A New Year’s Message from Rabbi Jay

Seeking The Gem Inside

I don’t pretend to fully understand the impact of the Yamim Noraim (High Holidays) upon me or anyone else.  It does seem to me that people, Jews and non-Jews alike, recognize that this is a special time of year. For instance, at home in West Caldwell, I often stop off at a local Convenience store for coffee.  I am reasonably certain that the person behind the counter is not Jewish, and yet he wished me a Happy New Year last year between Rosh Hashanah and offered that I have an easy fast on Yom Kippur.  No need to do it, but he did and, in truth, it made me feel good and, strangely, it made me feel connected.

That a person I hardly knew should helped me to feel connected initially surprised to me, but upon further consideration, it is often contact with strangers that brings us closer to ourselves; closer to community; closer to God.

Two years ago, just before the holiday, I led a Rosh Hashanah service at a local assisted living community.  Though the community is not Jewish, it has a number of Jewish residents and its chaplain had reached out for someone to do a short service for them.  In speaking with the community, the decision was made to have a one hour service in a private dining room that would be immediately followed by a nice dinner of chicken or brisket.  I explained how the room should be appointed; White linens, candles, kosher wine, a big round Challah, and a tray with apples and honey.  God sent an emissary in the form of a lovely resident who, without being asked, went to the room early to make sure it looked good.  She even brought her own shofar, Mahsor (Rosh Hashanah Prayer book), and a beautiful silver Kiddush Cup that she had received on her wedding day.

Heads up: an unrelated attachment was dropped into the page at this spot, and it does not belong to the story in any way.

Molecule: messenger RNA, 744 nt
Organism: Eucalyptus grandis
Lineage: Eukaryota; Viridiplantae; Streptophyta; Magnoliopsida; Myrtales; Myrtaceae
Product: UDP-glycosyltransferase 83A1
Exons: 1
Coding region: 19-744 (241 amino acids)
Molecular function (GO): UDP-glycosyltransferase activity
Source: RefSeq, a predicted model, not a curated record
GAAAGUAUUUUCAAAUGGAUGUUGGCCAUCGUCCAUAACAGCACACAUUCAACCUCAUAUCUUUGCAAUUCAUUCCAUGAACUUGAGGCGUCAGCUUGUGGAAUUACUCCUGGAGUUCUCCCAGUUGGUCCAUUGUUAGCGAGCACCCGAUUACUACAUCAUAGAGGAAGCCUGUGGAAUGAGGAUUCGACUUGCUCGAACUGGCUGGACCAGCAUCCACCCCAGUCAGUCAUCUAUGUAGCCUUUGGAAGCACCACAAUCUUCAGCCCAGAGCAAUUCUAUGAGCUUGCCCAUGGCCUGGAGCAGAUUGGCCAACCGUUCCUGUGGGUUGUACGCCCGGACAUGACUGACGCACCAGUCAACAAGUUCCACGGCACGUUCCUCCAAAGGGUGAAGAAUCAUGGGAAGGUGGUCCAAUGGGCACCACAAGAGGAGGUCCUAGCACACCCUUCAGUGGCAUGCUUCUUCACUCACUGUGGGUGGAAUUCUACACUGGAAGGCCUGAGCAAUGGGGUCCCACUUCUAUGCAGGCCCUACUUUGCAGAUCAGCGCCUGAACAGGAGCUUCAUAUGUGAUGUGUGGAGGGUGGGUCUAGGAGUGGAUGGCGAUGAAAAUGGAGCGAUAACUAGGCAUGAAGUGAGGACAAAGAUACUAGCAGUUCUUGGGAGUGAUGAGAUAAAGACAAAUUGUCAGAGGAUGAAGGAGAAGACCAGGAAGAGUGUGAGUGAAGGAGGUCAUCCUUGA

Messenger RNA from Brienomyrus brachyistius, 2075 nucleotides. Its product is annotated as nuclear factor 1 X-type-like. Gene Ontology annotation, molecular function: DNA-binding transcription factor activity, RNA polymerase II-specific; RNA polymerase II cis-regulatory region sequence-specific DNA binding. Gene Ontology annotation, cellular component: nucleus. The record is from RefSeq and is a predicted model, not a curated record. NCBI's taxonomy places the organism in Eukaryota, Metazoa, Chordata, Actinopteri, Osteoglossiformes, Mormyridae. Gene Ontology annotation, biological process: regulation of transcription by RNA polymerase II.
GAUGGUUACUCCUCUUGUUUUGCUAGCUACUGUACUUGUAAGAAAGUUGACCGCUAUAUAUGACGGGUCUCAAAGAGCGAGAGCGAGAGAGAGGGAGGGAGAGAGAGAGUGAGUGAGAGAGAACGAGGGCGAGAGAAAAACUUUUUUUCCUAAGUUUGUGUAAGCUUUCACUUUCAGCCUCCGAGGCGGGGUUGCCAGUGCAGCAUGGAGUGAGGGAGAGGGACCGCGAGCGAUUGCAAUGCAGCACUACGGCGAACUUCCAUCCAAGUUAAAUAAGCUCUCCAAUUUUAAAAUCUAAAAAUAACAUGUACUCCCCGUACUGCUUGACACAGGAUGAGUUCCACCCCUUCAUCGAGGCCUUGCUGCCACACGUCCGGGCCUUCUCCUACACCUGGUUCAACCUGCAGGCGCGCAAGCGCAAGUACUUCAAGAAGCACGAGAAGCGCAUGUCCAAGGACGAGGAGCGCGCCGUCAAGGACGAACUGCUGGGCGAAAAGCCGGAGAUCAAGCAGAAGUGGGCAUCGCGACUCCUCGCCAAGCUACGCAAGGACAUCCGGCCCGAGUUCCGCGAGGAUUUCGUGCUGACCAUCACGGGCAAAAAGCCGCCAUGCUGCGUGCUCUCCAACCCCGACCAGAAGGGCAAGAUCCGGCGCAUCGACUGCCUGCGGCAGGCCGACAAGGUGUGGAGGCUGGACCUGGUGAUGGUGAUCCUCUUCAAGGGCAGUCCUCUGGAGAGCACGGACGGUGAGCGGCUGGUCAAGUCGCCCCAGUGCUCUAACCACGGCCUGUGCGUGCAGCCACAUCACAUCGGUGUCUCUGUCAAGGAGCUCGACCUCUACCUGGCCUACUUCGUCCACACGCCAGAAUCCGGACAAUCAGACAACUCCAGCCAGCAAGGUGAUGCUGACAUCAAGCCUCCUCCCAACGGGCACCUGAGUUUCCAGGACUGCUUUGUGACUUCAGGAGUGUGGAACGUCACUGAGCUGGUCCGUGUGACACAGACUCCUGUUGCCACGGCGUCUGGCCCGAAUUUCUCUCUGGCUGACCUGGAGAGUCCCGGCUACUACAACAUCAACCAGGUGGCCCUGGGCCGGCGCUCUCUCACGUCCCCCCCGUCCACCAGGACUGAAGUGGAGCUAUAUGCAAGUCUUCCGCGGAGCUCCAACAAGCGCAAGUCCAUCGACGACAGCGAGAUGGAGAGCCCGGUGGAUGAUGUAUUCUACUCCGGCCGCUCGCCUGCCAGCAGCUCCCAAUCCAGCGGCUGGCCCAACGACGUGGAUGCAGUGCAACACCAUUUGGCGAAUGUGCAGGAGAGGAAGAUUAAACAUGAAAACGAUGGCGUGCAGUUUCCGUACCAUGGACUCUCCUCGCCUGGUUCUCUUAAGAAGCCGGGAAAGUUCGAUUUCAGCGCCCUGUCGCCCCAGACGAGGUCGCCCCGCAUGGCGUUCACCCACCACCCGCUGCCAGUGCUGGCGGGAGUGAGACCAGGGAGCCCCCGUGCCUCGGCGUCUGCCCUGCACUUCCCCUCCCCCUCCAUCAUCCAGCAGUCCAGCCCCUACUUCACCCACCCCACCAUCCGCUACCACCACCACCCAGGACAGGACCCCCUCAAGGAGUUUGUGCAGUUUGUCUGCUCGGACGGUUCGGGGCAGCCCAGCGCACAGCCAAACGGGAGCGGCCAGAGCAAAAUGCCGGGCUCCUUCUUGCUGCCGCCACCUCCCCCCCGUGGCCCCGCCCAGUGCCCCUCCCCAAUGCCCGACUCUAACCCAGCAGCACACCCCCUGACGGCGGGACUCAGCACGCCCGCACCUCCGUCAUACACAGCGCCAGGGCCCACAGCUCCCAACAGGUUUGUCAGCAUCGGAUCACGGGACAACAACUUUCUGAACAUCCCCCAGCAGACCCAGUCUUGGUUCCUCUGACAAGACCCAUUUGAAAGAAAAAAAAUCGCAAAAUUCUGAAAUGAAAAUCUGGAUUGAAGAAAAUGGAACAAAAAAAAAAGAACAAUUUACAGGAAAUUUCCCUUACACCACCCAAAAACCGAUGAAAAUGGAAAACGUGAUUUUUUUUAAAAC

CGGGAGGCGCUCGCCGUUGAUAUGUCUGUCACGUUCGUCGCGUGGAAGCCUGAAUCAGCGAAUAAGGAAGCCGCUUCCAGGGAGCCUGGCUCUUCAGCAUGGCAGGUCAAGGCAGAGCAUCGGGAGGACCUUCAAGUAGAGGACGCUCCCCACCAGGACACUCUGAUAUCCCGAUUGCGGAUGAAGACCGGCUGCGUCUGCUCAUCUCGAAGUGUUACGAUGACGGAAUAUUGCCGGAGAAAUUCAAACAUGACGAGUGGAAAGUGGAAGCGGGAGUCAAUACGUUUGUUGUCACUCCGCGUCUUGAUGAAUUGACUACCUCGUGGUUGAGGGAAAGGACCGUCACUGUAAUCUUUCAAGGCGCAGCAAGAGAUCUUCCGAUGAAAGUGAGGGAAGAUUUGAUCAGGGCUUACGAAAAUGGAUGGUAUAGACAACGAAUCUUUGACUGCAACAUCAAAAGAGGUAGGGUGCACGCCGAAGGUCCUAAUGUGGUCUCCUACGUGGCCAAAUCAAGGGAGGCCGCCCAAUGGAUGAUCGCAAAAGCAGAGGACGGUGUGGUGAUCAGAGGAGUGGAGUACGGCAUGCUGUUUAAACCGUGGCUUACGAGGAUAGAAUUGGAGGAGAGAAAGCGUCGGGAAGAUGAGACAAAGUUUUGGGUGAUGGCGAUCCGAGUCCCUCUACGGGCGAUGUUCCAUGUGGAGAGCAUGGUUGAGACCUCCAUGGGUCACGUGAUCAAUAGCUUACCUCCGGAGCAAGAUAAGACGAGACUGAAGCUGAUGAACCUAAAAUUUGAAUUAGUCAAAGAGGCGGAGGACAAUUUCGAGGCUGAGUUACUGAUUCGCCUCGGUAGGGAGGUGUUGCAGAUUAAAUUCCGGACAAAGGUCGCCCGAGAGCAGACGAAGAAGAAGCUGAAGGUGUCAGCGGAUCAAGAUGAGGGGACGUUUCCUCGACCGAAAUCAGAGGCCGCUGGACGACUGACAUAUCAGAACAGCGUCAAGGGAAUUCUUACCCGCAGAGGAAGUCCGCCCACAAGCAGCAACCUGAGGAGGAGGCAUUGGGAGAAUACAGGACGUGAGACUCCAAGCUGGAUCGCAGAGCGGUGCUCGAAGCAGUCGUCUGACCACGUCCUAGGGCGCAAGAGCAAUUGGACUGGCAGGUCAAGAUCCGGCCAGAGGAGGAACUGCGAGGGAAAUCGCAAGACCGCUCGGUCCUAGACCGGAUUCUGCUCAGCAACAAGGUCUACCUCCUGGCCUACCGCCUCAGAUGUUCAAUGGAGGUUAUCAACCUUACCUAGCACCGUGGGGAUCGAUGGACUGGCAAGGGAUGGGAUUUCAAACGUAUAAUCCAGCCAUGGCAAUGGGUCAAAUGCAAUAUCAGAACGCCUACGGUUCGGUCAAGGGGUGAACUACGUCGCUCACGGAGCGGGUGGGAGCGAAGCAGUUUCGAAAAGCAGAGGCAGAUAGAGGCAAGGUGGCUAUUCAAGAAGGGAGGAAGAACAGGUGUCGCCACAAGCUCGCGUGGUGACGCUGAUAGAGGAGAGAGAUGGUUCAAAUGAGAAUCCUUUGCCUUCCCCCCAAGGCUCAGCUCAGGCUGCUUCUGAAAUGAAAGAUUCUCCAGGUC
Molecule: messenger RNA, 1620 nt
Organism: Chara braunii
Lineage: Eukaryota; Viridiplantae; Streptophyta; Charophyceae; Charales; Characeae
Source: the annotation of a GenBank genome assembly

So perfect was the setup that as one woman walked in she said, “This is the first time it has looked like Rosh Hashanah here!”  Indeed, the smiles on the faces of the 25 residents as they walked in wearing their finest clothes, was incredibly warming.  As we went through the

high points of the Rosh Hashanah liturgy, from the Shema, to Avenu Malkeinu, to Hayom, to the Shofar service, to discussing the story of the binding of Isaac, the congregation was engaged; reading, singing, and asking questions with vigor and joy.  As they ate dinner, I had several individual conversations during which I learned personal stories of Rosh Hashanah’s past, children, grandchildren and great grandchildren, and hopes for the future.

Before the service, the residents did not know me, nor I them.  I entered not knowing what to expect, with a hint of trepidation. I left with a feeling of renewal and increased energy.  This, it seems to me is what this time of year is about.  As we go to services, we feel a bit uncomfortable; experience some fear, encounter some uncertainty.  But in the end, as we are leaving shul, there is air in our lungs; a new energy in our step; an ability to look forward to the wonderful possibilities of a year to come.

While it is nice to help others to connect with their communities, their families, and God, the gift of the High Holidays is not only this, nor is it the brisket and soup and the gefilte fish. (Though I suspect none of us would ever turn them down).  The present that is wrapped, not so neatly, is the necessity to look at ourselves closely; performing a “mensch” exam.  What have I done right?  What could I have done better?  Each of us is flawed, but each of us also has a valuable gemstone inside of us.

Chip away at the bad, polish the good, and help the person next to you chip and polish as well.

G’mar Chatima Tova – May we all be inscribed for a year of health, fulfillment, and peace.

Rabbi Michael S. Jay

Advertisements